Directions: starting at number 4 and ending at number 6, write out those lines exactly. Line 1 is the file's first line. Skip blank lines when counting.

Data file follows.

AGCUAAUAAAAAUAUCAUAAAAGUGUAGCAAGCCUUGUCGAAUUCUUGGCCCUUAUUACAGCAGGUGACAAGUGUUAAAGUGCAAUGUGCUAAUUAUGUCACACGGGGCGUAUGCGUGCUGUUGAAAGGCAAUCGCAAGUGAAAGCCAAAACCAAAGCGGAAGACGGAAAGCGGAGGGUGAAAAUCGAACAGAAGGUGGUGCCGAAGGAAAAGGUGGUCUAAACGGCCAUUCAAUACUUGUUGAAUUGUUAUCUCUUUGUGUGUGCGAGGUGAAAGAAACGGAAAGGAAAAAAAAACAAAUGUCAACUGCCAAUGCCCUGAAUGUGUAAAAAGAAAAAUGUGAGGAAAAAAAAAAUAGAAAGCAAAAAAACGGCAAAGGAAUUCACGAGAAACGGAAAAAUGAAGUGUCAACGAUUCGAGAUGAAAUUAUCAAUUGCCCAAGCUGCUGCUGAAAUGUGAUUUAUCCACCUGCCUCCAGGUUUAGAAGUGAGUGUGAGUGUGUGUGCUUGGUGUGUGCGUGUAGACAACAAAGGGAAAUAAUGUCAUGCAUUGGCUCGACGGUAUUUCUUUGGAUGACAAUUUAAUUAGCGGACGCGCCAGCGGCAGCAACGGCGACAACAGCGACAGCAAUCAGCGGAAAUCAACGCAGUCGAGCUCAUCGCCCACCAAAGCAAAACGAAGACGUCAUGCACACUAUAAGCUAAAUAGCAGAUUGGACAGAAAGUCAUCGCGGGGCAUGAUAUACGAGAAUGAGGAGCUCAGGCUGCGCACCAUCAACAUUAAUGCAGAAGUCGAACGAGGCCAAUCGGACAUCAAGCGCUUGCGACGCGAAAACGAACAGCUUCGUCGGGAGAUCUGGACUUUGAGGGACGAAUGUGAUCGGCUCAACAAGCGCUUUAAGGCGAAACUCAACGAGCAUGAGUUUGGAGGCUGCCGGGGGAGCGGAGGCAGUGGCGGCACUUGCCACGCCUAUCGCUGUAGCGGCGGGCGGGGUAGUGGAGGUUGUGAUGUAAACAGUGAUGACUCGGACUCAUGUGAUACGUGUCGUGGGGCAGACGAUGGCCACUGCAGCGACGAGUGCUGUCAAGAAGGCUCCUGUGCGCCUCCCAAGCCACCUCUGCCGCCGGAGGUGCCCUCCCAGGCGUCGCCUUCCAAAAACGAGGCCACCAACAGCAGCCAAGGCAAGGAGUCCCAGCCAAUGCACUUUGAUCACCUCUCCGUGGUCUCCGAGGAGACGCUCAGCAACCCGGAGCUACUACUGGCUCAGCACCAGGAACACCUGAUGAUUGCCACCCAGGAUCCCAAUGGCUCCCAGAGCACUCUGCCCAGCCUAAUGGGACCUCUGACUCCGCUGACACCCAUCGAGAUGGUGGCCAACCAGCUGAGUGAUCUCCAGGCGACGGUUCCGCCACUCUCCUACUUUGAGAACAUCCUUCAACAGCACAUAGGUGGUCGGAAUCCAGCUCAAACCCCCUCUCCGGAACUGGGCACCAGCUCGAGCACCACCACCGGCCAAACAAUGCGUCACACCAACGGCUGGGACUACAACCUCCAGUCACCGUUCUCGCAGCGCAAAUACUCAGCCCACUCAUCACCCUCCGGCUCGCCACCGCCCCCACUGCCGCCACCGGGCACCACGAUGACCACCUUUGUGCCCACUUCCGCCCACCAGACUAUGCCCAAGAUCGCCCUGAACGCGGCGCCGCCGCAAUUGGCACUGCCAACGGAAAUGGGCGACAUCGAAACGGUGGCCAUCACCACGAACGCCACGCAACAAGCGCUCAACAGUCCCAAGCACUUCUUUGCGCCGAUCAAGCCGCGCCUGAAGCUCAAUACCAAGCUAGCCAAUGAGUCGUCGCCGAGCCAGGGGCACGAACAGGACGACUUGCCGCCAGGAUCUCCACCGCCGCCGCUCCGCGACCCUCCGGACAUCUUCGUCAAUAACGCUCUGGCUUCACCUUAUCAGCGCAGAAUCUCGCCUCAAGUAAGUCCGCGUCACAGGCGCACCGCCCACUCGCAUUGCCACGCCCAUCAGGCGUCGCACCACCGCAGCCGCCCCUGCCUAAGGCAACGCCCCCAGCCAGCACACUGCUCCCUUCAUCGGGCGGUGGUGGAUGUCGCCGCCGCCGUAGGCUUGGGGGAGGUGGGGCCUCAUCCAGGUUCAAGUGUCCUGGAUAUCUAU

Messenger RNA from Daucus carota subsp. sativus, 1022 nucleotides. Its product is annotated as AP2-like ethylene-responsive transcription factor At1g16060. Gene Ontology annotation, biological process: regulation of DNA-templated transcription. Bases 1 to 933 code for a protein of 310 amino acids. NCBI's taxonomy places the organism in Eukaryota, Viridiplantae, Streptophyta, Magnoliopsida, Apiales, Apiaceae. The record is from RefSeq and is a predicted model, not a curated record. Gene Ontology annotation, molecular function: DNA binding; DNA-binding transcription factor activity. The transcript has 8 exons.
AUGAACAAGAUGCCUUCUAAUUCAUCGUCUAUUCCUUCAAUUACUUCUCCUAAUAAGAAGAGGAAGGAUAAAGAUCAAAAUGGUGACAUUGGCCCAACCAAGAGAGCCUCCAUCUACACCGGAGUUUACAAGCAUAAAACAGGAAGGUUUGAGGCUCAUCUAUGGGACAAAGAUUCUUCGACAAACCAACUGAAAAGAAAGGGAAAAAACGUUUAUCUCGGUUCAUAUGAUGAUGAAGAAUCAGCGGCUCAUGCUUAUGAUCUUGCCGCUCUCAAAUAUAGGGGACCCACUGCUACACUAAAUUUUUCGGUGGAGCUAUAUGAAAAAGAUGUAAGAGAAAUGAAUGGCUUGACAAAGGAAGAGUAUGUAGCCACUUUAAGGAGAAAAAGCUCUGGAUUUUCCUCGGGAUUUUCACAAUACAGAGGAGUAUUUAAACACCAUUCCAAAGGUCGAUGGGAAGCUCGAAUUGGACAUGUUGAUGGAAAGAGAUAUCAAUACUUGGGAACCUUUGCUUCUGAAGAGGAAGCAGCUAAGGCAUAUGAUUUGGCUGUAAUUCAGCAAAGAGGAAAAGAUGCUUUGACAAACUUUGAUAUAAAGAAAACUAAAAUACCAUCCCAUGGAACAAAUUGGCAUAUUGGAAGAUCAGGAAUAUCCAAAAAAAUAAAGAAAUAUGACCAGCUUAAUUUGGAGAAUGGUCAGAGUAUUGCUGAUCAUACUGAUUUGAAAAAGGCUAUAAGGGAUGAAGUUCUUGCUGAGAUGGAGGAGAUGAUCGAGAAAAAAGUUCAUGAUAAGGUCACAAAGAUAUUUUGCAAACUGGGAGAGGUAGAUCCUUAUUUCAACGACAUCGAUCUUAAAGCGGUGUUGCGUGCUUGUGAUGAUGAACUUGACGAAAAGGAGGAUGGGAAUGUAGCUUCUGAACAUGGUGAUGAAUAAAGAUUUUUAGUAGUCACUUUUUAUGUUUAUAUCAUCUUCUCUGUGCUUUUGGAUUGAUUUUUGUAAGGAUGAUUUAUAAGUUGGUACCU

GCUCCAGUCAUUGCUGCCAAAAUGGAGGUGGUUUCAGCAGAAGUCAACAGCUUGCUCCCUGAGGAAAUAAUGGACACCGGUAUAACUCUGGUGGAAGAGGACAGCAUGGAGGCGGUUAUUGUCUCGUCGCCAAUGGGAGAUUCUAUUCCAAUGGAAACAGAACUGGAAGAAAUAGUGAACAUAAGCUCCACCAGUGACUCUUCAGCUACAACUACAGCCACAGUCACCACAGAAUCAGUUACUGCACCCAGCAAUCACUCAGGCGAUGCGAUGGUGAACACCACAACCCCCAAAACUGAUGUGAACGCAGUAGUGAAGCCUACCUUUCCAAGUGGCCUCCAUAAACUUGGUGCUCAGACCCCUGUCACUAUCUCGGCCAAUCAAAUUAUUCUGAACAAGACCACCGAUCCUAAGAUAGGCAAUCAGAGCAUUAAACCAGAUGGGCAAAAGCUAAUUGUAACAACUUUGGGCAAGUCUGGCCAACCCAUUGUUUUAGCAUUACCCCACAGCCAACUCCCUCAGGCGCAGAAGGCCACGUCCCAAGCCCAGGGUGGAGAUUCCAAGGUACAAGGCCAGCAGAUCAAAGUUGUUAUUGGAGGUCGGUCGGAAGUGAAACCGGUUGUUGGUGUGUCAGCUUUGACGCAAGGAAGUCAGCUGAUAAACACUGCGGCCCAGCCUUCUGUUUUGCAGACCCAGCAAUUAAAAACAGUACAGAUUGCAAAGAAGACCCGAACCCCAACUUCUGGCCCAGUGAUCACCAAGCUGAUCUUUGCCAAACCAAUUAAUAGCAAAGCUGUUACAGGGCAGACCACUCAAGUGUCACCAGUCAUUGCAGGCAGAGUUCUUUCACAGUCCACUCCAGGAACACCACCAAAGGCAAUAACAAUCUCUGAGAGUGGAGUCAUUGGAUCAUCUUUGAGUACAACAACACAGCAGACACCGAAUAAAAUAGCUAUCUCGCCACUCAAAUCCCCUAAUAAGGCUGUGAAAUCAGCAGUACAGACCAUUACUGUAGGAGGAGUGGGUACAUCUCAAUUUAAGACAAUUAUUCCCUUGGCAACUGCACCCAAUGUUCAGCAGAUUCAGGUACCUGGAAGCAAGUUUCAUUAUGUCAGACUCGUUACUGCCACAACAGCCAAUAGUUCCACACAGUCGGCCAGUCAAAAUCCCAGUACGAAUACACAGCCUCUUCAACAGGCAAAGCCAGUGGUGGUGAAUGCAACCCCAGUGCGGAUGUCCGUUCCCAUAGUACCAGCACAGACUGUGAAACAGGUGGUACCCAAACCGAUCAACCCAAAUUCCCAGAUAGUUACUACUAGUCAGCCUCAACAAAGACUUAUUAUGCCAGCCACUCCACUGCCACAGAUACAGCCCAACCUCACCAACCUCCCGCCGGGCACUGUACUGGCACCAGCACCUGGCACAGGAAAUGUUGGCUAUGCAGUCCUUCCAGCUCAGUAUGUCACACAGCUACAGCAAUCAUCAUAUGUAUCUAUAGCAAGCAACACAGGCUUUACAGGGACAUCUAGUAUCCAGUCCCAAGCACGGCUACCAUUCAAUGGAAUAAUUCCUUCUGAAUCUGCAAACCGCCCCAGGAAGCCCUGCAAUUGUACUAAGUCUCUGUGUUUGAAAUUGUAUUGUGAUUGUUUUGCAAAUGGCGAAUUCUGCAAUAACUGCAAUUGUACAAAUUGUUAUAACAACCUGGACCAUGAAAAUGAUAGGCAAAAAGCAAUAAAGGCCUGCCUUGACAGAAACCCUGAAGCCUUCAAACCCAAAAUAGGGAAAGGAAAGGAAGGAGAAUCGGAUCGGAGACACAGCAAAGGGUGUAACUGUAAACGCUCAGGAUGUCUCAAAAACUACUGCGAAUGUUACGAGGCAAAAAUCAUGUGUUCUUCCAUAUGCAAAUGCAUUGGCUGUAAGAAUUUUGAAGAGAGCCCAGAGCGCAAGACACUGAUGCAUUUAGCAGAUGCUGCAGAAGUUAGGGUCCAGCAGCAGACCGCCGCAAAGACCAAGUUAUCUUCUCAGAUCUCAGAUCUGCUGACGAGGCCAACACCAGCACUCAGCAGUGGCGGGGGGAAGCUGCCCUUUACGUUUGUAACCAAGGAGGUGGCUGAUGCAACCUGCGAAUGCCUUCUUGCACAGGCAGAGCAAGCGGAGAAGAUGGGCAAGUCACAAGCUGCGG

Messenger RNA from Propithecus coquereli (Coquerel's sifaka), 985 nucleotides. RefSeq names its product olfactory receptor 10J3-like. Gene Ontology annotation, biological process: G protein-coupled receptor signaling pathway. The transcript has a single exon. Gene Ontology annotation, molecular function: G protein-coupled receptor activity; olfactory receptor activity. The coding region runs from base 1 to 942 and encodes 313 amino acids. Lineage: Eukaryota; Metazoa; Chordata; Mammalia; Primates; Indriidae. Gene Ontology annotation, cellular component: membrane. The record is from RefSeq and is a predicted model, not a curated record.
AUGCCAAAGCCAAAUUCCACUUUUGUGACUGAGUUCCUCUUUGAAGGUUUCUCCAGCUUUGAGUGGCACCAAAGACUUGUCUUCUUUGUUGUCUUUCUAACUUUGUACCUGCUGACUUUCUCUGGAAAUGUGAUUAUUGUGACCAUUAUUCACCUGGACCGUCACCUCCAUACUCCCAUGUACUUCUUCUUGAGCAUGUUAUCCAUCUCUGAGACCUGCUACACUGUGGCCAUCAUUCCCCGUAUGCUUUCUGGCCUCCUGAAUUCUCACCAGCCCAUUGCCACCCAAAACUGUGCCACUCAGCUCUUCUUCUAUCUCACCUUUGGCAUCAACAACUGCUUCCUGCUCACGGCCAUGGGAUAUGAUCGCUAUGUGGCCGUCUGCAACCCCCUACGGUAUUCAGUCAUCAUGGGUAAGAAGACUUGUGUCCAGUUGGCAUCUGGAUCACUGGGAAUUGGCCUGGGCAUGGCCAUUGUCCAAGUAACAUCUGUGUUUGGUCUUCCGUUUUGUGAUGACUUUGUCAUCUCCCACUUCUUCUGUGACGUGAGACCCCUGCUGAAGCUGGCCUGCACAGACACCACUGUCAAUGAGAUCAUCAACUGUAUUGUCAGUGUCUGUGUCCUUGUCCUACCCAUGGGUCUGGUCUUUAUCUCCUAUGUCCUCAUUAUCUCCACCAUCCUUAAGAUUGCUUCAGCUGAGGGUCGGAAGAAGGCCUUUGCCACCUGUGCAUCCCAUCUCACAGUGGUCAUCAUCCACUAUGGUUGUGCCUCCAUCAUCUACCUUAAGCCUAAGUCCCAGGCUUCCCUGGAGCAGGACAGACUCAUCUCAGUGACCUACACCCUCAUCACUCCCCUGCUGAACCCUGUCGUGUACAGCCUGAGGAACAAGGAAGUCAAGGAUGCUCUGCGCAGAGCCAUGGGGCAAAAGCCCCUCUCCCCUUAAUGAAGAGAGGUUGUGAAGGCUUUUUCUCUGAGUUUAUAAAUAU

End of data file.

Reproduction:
GCUCCAGUCAUUGCUGCCAAAAUGGAGGUGGUUUCAGCAGAAGUCAACAGCUUGCUCCCUGAGGAAAUAAUGGACACCGGUAUAACUCUGGUGGAAGAGGACAGCAUGGAGGCGGUUAUUGUCUCGUCGCCAAUGGGAGAUUCUAUUCCAAUGGAAACAGAACUGGAAGAAAUAGUGAACAUAAGCUCCACCAGUGACUCUUCAGCUACAACUACAGCCACAGUCACCACAGAAUCAGUUACUGCACCCAGCAAUCACUCAGGCGAUGCGAUGGUGAACACCACAACCCCCAAAACUGAUGUGAACGCAGUAGUGAAGCCUACCUUUCCAAGUGGCCUCCAUAAACUUGGUGCUCAGACCCCUGUCACUAUCUCGGCCAAUCAAAUUAUUCUGAACAAGACCACCGAUCCUAAGAUAGGCAAUCAGAGCAUUAAACCAGAUGGGCAAAAGCUAAUUGUAACAACUUUGGGCAAGUCUGGCCAACCCAUUGUUUUAGCAUUACCCCACAGCCAACUCCCUCAGGCGCAGAAGGCCACGUCCCAAGCCCAGGGUGGAGAUUCCAAGGUACAAGGCCAGCAGAUCAAAGUUGUUAUUGGAGGUCGGUCGGAAGUGAAACCGGUUGUUGGUGUGUCAGCUUUGACGCAAGGAAGUCAGCUGAUAAACACUGCGGCCCAGCCUUCUGUUUUGCAGACCCAGCAAUUAAAAACAGUACAGAUUGCAAAGAAGACCCGAACCCCAACUUCUGGCCCAGUGAUCACCAAGCUGAUCUUUGCCAAACCAAUUAAUAGCAAAGCUGUUACAGGGCAGACCACUCAAGUGUCACCAGUCAUUGCAGGCAGAGUUCUUUCACAGUCCACUCCAGGAACACCACCAAAGGCAAUAACAAUCUCUGAGAGUGGAGUCAUUGGAUCAUCUUUGAGUACAACAACACAGCAGACACCGAAUAAAAUAGCUAUCUCGCCACUCAAAUCCCCUAAUAAGGCUGUGAAAUCAGCAGUACAGACCAUUACUGUAGGAGGAGUGGGUACAUCUCAAUUUAAGACAAUUAUUCCCUUGGCAACUGCACCCAAUGUUCAGCAGAUUCAGGUACCUGGAAGCAAGUUUCAUUAUGUCAGACUCGUUACUGCCACAACAGCCAAUAGUUCCACACAGUCGGCCAGUCAAAAUCCCAGUACGAAUACACAGCCUCUUCAACAGGCAAAGCCAGUGGUGGUGAAUGCAACCCCAGUGCGGAUGUCCGUUCCCAUAGUACCAGCACAGACUGUGAAACAGGUGGUACCCAAACCGAUCAACCCAAAUUCCCAGAUAGUUACUACUAGUCAGCCUCAACAAAGACUUAUUAUGCCAGCCACUCCACUGCCACAGAUACAGCCCAACCUCACCAACCUCCCGCCGGGCACUGUACUGGCACCAGCACCUGGCACAGGAAAUGUUGGCUAUGCAGUCCUUCCAGCUCAGUAUGUCACACAGCUACAGCAAUCAUCAUAUGUAUCUAUAGCAAGCAACACAGGCUUUACAGGGACAUCUAGUAUCCAGUCCCAAGCACGGCUACCAUUCAAUGGAAUAAUUCCUUCUGAAUCUGCAAACCGCCCCAGGAAGCCCUGCAAUUGUACUAAGUCUCUGUGUUUGAAAUUGUAUUGUGAUUGUUUUGCAAAUGGCGAAUUCUGCAAUAACUGCAAUUGUACAAAUUGUUAUAACAACCUGGACCAUGAAAAUGAUAGGCAAAAAGCAAUAAAGGCCUGCCUUGACAGAAACCCUGAAGCCUUCAAACCCAAAAUAGGGAAAGGAAAGGAAGGAGAAUCGGAUCGGAGACACAGCAAAGGGUGUAACUGUAAACGCUCAGGAUGUCUCAAAAACUACUGCGAAUGUUACGAGGCAAAAAUCAUGUGUUCUUCCAUAUGCAAAUGCAUUGGCUGUAAGAAUUUUGAAGAGAGCCCAGAGCGCAAGACACUGAUGCAUUUAGCAGAUGCUGCAGAAGUUAGGGUCCAGCAGCAGACCGCCGCAAAGACCAAGUUAUCUUCUCAGAUCUCAGAUCUGCUGACGAGGCCAACACCAGCACUCAGCAGUGGCGGGGGGAAGCUGCCCUUUACGUUUGUAACCAAGGAGGUGGCUGAUGCAACCUGCGAAUGCCUUCUUGCACAGGCAGAGCAAGCGGAGAAGAUGGGCAAGUCACAAGCUGCGG

Messenger RNA from Propithecus coquereli (Coquerel's sifaka), 985 nucleotides. RefSeq names its product olfactory receptor 10J3-like. Gene Ontology annotation, biological process: G protein-coupled receptor signaling pathway. The transcript has a single exon. Gene Ontology annotation, molecular function: G protein-coupled receptor activity; olfactory receptor activity. The coding region runs from base 1 to 942 and encodes 313 amino acids. Lineage: Eukaryota; Metazoa; Chordata; Mammalia; Primates; Indriidae. Gene Ontology annotation, cellular component: membrane. The record is from RefSeq and is a predicted model, not a curated record.
AUGCCAAAGCCAAAUUCCACUUUUGUGACUGAGUUCCUCUUUGAAGGUUUCUCCAGCUUUGAGUGGCACCAAAGACUUGUCUUCUUUGUUGUCUUUCUAACUUUGUACCUGCUGACUUUCUCUGGAAAUGUGAUUAUUGUGACCAUUAUUCACCUGGACCGUCACCUCCAUACUCCCAUGUACUUCUUCUUGAGCAUGUUAUCCAUCUCUGAGACCUGCUACACUGUGGCCAUCAUUCCCCGUAUGCUUUCUGGCCUCCUGAAUUCUCACCAGCCCAUUGCCACCCAAAACUGUGCCACUCAGCUCUUCUUCUAUCUCACCUUUGGCAUCAACAACUGCUUCCUGCUCACGGCCAUGGGAUAUGAUCGCUAUGUGGCCGUCUGCAACCCCCUACGGUAUUCAGUCAUCAUGGGUAAGAAGACUUGUGUCCAGUUGGCAUCUGGAUCACUGGGAAUUGGCCUGGGCAUGGCCAUUGUCCAAGUAACAUCUGUGUUUGGUCUUCCGUUUUGUGAUGACUUUGUCAUCUCCCACUUCUUCUGUGACGUGAGACCCCUGCUGAAGCUGGCCUGCACAGACACCACUGUCAAUGAGAUCAUCAACUGUAUUGUCAGUGUCUGUGUCCUUGUCCUACCCAUGGGUCUGGUCUUUAUCUCCUAUGUCCUCAUUAUCUCCACCAUCCUUAAGAUUGCUUCAGCUGAGGGUCGGAAGAAGGCCUUUGCCACCUGUGCAUCCCAUCUCACAGUGGUCAUCAUCCACUAUGGUUGUGCCUCCAUCAUCUACCUUAAGCCUAAGUCCCAGGCUUCCCUGGAGCAGGACAGACUCAUCUCAGUGACCUACACCCUCAUCACUCCCCUGCUGAACCCUGUCGUGUACAGCCUGAGGAACAAGGAAGUCAAGGAUGCUCUGCGCAGAGCCAUGGGGCAAAAGCCCCUCUCCCCUUAAUGAAGAGAGGUUGUGAAGGCUUUUUCUCUGAGUUUAUAAAUAU